In “New Skrizhal” in book XI “About the Holy Cross” it is written: “Since the holy cross is erected on all the churches; and there are no any hieratic robes and utensil without cross; there are no any sacraments whereat sign of the cross was not used, then one should ask: what is cross? What for did Christ kindly suffered not any other death but on the cross? What Divine power the cross is vested with? And how did the ancients venerated the cross?”.
“The cross is the custodian of the entire Universe; it underlies both the earthly and heavenly orders. “God created this visible world in the likeness of four ends of the cross — the Holy Hierarch Demetrius of Rostov wrote – since He created it divided into four parts: East and West, midday and midnight; and a human being was created by God in the likeness of four ends of the cross because when a human being stretches his hands, he looks like a four-ended cross”.
Ancient ascetics coming to a desert erected a wooden cross for the desert being blessed, for marking of God’s power and for all kinds of devilry being suppressed. It is known from the life stories of many Russian saints. So St. Sergius of Radonezh erected the cross on the base of the Trinity cloister; St. Sabbatius of Solovki set up such a cross at the Solovki Isles. While settling of Russian deserts in 14th – 16th centuries Russian saints without fail erected the crosses on the sites of future cloisters. Cross blessing and encouragement to feat of arms; to founding cenobies — in short to sanctification of all aspects of human life — were of the utmost and peculiar importance.
Extant is data on many relic crosses related to historic persons and Russian saints. Russia-wide known are: the cross of St. Abrahamy of Rostov that was according to a legend given to him by St. John the Theologian, Apostle at the Lake Nero for suppressing Beles, the idol; the cross of St. Euphemius of Suzdal that is still extant in the culture preserve of Vladimir and Suzdal; the cross of 12th century owned by St. Euphrosyne of Polotsk, that was lost during the Great Patriotic War and reconstructed in 1997.
Also extant are pectoral crosses owned by Russian Grand Princes and Tsars, to Metropolitans and Patriarchs.
For example, there is a pectoral cross owned by the first Metropolitan of Moscow, Holy Hierarch Peter. In spiritual charters of Grand Princes it is called “the cross of Peter the Wonderworker”. In the Moscow Grand-princely family it acquired significance of a relic that was demised from a father to the elder son. By that cross St. Peter, the Metropolitan blessed “the Grand Prince Ivan Danilovich, our forefather and all our generations” – tells the testament of Ivan the Terrible (1572).
There is a story in “Kingly Chronicler” about the Grand Prince Vasiliy III who being on his deathbed blessed his four-year-old son Ivan (Tsar to be) by the cross of Peter the Wonderworker, and laid it on him saying: “Let that holy vivifying cross for you to drive our enemies and antagonists since multitude of the heterodox encroach on our Orthodox State God entrusted to us”.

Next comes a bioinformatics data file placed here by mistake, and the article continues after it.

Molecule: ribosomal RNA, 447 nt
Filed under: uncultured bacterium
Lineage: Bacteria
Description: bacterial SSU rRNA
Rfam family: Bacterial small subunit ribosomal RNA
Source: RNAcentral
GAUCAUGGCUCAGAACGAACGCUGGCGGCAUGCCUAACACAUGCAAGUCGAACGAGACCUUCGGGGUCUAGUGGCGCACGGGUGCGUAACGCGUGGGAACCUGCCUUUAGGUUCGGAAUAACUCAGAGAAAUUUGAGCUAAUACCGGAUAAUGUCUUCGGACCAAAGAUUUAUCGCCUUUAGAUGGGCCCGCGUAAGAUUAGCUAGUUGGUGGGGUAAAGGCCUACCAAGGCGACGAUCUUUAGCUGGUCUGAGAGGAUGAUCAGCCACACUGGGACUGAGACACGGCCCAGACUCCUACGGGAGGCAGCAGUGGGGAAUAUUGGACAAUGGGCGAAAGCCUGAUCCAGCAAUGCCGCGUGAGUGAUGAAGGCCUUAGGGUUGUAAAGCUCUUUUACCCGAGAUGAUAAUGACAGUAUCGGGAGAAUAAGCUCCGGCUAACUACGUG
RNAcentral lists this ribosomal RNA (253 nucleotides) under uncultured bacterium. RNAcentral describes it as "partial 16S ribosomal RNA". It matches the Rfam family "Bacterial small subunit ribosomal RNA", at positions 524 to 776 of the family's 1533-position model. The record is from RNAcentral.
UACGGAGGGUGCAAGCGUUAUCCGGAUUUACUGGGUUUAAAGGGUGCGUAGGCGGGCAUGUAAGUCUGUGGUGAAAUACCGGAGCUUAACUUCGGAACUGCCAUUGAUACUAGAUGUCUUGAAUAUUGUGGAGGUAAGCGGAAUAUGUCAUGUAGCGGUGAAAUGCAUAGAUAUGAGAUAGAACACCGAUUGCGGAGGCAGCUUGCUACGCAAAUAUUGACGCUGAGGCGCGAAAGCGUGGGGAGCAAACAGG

The Peter’s cross was solemnly laid on Boris Godunov by the Patriarch Job in the Dormition Cathedral of Moscow Cremlin on April 30, 1598, the resolution of the Assembly of the Land of Boris Godunof to be voted into Tsar throne thus being affirmed.
Many Russian ascetic saints are known who wore various chains and fetters as an act of penance. In the Monastery of Sts. Boris and Gleb there the relics of St. Irenarchus rest up to the present. The saint wore 100 small copper crosses, three large ones with chains; and two large iron crosses with iron chains. St. Leontius of Rostov, the Elder wore iron chains, 33 copper crosses and 142 iron ones.
Crosses were valued not only as personal sacral objects but also as ancestral relics. Known it is that shrine crosses were inheritable. They were often preciously mounted. Such a tradition is described in the Murom “Legend of Founding of the Holy Cross of the Lord” that gives an account of Martha and Mary, two sisters who miraculously received gold and silver from Angel for a gold cross and a silver shrine for it being made. The sisters were told: “Accept them for your salvation and flourishing and for the world for diseases healing, passions conciliation, and driving out demons”.
This Legend concerns the wonder making cross that was in a village church of Vladimir Province up to 20th century. Many sick people from neighboring Murom daily thronged to it, and were healed. As a Legend of 17th century tells, “every year the clergy of the parish brings the cross to the imperial city of Moscow for the souls of Sovereigns and Patriarchs shining with piousness as well as of all the Orthodox Christians be purified, their passions be fought back, and bodies healed”. In Murom in 17th century another two wonder making crosses were found — those of Vlno (Lithuanian Vilnius today) and of Purification. Both are extant: the cross of Vlno is in the Trinity Convent, the Purification cross being in the Museum of Murom. These crosses have been considered wonder working since ancient time, and are worshipped reverently to this day.
For example the Purification cross was found during the pestilence — the plague epidemic; it was carried around Murom in a procession, and sick persons crawling out to the sacred object were healed. In commemoration of the event a chapel was built near the Purification Pond, a cross being erected therein. Copies of the cross were afterwards made that were venerated peculiarly, too.
A bit later in Arzamas district another wonderworking cross was found wherefrom light emanated, and numerous healings occurred. The Arzamas cross is extant, now being in the Arzamas Cathedral of the Resurrection. The embossed figure of Christ on the cross has darkened greatly, only the Savior’s feet remaining quite light due to touches of thousands of pilgrims.